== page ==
- Research article
- Open Access
Gain and loss events in the evolution of the apolipoprotein family in vertebrata
BMC Evolutionary Biology volume 19, Article number: 209 (2019)
Various apolipoproteins widely distributed among vertebrata play key roles in lipid metabolism and have a direct correlation with human diseases as diagnostic markers. However, the evolutionary progress of apolipoproteins in species remains unclear. Nine human apolipoproteins and well-annotated genome data of 30 species were used to identify 210 apolipoprotein family members distributed among species from fish to humans. Our study focused on the evolution of nine exchangeable apolipoproteins (ApoA-I/II/IV/V, ApoC-I~IV and ApoE) from Chondrichthyes, Holostei, Teleostei, Amphibia, Sauria (including Aves), Prototheria, Marsupialia and Eutheria.
In this study, we reported the overall distribution and the frequent gain and loss evolutionary events of apolipoprotein family members in vertebrata. Phylogenetic trees of orthologous apolipoproteins indicated evident divergence between species evolution and apolipoprotein phylogeny. Successive gain and loss events were found by evaluating the presence and absence of apolipoproteins in the context of species evolution. For example, only ApoA-I and ApoA-IV occurred in cartilaginous fish as ancient apolipoproteins. ApoA-II, ApoE, and ApoC-I/ApoC-II were found in Holostei, Coelacanthiformes, and Teleostei, respectively, but the latter three apolipoproteins were absent from Aves. ApoC-I was also absent from Cetartiodactyla. The apolipoprotein ApoC-III emerged in terrestrial animals, and ApoC-IV first arose in Eutheria. The results indicate that the order of the emergence of apolipoproteins is most likely ApoA-I/ApoA-IV, ApoE, ApoA-II, ApoC-I/ApoC-II, ApoA-V, ApoC-III, and ApoC-IV.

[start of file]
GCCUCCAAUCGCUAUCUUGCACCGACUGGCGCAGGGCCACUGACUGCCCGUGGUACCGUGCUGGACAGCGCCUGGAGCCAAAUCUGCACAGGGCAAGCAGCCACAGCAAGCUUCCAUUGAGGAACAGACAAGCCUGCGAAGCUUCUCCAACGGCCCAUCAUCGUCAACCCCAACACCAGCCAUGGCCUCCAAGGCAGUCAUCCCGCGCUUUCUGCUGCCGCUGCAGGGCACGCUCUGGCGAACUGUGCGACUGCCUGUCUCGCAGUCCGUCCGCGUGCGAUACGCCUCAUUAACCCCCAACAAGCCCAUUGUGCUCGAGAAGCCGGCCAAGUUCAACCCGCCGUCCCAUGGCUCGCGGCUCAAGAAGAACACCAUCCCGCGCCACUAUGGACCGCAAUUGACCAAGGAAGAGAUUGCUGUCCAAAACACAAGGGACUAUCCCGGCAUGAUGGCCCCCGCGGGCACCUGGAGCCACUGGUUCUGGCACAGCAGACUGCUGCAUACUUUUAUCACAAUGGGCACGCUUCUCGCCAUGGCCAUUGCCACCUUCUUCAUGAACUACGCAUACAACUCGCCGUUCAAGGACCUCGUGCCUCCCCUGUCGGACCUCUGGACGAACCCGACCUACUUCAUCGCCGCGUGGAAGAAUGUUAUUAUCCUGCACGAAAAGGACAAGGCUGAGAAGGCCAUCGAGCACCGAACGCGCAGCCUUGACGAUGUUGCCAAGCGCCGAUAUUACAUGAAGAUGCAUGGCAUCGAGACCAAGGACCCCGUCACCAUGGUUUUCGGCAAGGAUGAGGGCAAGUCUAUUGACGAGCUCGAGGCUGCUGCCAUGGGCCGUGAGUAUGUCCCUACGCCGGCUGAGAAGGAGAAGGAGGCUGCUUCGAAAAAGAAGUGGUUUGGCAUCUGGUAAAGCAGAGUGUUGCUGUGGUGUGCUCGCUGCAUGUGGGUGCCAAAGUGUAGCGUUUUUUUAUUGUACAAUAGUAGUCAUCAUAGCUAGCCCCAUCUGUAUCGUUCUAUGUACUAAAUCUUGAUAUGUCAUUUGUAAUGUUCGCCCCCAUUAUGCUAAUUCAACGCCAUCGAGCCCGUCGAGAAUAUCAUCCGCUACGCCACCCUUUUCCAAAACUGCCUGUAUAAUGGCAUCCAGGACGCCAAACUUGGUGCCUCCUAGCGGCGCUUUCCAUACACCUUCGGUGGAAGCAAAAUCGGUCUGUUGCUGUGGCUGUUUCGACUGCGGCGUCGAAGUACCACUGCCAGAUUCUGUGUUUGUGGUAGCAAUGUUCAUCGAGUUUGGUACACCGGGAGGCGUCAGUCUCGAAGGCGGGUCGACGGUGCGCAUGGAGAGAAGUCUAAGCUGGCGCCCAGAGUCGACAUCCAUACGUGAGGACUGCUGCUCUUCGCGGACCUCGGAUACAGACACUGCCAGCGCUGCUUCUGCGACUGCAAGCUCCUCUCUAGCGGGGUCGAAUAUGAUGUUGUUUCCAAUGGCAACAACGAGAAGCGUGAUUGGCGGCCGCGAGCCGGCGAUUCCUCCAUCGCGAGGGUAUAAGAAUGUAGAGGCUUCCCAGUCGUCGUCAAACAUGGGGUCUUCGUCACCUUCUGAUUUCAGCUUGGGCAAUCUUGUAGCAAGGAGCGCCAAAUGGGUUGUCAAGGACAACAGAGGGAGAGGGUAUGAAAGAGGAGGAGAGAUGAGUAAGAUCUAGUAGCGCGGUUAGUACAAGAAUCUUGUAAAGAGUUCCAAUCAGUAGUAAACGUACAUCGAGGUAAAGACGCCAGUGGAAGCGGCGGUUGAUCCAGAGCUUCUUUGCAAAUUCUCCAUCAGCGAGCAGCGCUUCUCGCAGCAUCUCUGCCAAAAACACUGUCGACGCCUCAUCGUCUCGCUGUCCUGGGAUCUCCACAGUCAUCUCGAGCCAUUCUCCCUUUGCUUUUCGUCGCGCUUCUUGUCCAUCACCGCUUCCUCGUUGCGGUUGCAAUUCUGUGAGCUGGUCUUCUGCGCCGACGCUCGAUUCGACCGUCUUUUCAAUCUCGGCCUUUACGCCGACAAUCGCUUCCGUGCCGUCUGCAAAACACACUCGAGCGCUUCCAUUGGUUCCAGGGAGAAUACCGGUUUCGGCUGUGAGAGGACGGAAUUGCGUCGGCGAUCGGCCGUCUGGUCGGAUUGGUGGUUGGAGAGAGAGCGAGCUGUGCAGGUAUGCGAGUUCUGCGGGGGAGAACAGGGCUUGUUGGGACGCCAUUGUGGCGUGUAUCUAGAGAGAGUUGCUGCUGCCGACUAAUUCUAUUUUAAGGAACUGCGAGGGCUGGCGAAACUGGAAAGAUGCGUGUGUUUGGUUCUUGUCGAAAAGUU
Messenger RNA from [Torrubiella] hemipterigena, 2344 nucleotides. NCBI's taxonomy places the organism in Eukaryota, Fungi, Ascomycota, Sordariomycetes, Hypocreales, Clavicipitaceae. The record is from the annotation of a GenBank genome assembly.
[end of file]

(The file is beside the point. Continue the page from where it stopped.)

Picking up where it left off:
This study reveals not only the phylogeny of apolipoprotein family members in species from Chondrichthyes to Eutheria but also the occurrence and origin of new apolipoproteins. The broad perspective of gain and loss events and the evolutionary scenario of apolipoproteins across vertebrata provide a significant reference for the research of apolipoprotein function and related diseases.